"Today, I’m signing books at Hastings, Mom," I mentioned before I left her house. "Do you want to come? It’s a three hour stint, from two to five."

"You’re not reading?" She frowned. "Well, maybe for a little while."

A table near the front door awaited me, loaded with copies of The Good Times Are All Gone Now. I arrived at 1:30 in the afternoon, with my AV man (Gerry), all our accoutrement (painting, photographs, mining gear) and my mother. We found a chair for her and as soon as the clock hit 2:00, people began arriving at my table. Many I knew already, as did my mother. I usually pointed to her original painting and said, "My mother’s painting is on the cover." She loved to be introduced although, as usual, she knew nearly everyone. Several people asked her to autograph the book too.

Before long, the widow of the lawyer I worked for in Kellogg while in high school, came in. She talked to me and talked to Mother, back and forth. Simone brought her a chair, and my cheering section was established. Penny, from the deep South many years ago, greeted people in her southern accent with "I’m from Alabama" and went from there, usually ending with "Buy this book. It’s so good. Julie worked for my husband and he thought she was the smartest girl he knew." Everyone talked with both of them, including people who had never even been to Kellogg. They stayed with me all afternoon. Books just flew off my table because people bought two, three, five and seven copies. Simone replenished several times. A grand afternoon for all of us!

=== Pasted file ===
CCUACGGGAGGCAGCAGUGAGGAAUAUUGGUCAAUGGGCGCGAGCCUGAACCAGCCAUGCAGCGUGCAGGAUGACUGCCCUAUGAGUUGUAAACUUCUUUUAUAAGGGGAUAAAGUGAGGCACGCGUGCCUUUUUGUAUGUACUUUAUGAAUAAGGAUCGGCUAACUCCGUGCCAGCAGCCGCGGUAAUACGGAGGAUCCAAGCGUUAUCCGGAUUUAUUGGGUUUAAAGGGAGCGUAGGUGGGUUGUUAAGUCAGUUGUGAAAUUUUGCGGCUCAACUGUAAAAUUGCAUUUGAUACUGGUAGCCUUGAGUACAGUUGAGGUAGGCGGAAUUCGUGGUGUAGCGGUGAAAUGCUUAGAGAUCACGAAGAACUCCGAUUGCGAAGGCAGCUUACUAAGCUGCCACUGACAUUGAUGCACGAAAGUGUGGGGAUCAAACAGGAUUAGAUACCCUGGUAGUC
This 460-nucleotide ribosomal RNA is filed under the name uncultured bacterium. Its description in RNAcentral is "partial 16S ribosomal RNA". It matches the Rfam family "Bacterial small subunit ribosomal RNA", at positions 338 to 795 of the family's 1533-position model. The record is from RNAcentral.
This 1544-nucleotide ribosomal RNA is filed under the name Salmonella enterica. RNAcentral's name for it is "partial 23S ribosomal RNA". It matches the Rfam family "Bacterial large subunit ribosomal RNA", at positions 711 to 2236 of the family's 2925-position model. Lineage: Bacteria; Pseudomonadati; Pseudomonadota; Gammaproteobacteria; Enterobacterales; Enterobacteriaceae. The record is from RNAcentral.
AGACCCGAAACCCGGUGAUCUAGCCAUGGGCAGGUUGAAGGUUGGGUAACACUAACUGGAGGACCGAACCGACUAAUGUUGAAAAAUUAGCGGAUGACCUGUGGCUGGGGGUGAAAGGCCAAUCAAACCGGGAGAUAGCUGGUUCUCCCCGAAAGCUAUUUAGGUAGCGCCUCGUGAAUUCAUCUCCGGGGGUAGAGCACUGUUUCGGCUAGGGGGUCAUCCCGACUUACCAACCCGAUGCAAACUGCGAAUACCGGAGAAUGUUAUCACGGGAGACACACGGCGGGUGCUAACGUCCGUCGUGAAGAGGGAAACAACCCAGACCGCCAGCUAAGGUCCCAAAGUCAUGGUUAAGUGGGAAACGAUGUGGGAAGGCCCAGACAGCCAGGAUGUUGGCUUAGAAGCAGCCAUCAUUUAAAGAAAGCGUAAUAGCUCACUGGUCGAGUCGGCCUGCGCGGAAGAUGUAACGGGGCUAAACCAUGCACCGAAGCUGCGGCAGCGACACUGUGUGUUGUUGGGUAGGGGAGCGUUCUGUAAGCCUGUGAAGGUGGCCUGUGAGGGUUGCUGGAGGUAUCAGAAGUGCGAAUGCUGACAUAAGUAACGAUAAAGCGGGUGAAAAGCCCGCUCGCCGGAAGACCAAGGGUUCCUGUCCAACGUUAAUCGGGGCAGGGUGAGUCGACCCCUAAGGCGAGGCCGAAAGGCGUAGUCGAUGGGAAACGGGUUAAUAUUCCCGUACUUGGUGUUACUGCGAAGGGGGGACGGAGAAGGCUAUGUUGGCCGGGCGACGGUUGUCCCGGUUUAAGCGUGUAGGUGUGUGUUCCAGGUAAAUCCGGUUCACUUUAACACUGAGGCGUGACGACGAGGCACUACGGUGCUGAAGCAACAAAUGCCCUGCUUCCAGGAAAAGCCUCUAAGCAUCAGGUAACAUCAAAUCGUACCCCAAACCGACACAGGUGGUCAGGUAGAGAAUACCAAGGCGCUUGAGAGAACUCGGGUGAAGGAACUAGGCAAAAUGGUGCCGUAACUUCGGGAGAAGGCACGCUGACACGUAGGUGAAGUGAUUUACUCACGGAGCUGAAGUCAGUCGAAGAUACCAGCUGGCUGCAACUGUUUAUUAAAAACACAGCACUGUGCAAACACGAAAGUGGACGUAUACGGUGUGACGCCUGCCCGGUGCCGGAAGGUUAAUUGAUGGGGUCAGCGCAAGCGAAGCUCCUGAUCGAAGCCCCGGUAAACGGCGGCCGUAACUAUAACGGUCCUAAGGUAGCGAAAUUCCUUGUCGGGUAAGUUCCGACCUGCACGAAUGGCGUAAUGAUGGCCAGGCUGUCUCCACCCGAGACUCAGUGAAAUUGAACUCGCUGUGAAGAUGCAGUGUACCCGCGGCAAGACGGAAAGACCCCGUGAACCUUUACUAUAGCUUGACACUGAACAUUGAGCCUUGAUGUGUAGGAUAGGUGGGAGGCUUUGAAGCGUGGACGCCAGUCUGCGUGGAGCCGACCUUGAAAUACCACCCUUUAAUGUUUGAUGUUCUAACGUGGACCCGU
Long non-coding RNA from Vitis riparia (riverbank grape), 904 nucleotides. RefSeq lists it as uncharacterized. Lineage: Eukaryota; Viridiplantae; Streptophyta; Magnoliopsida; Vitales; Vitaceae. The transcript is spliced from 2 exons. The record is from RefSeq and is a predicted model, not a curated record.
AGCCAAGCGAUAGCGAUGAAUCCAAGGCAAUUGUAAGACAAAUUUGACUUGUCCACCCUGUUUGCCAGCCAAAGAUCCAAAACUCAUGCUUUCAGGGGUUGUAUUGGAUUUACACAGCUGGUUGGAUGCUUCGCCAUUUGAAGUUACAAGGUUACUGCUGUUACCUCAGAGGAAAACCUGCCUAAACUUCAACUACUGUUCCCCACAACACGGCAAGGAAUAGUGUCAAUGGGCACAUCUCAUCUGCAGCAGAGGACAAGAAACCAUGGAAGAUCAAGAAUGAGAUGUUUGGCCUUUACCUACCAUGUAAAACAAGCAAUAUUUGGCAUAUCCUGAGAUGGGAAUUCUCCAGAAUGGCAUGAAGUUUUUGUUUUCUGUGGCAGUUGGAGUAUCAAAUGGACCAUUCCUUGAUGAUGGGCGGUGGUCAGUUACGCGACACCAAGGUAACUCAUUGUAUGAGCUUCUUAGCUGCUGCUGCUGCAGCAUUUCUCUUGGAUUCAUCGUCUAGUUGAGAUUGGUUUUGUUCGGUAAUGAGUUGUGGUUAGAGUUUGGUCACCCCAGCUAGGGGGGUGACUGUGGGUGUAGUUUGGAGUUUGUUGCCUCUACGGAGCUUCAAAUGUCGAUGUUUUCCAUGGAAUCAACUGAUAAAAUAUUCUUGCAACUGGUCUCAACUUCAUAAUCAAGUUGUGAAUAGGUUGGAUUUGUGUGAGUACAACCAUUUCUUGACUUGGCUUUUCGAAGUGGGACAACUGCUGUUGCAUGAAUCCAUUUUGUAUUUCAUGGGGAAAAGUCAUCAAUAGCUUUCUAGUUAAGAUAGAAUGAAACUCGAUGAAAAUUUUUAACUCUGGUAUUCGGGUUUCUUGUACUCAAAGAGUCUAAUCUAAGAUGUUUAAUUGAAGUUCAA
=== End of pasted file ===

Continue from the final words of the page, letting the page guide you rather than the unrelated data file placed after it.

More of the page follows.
The next day, I read at Auntie’s Bookstore in Spokane, another classic like Elliott Bay Books and Powell’s. Again, we arrived and set up and again, friends came in early to talk. Two families of sisters I’d known in high school took up a whole row. My mother sat in the front row next to two old friends. A former boyfriend from Kellogg school days arrived with his wife. People I didn’t know also joined the mix. After lots of questions and laughs, I went to the book signing table where a line had formed.

One of the best things about this tour has been seeing old friends and making some new ones. Ken Lonn, the artist who sculpted the Sunshine Memorial, came to my reading in Seattle, and sent me a beautiful mining pendant (see photo). Another new friend was Joe Collins, who attends all readings at Auntie’s and takes photos of every author. He gives one to Eastern Washington University’s library, keeps one for his own collection, and sends one to the author.

Auntie’s ran out of books and I furnished eighteen of my own to fill the gap. Another successful event!

Next: Back to Seattle’s Third Place Books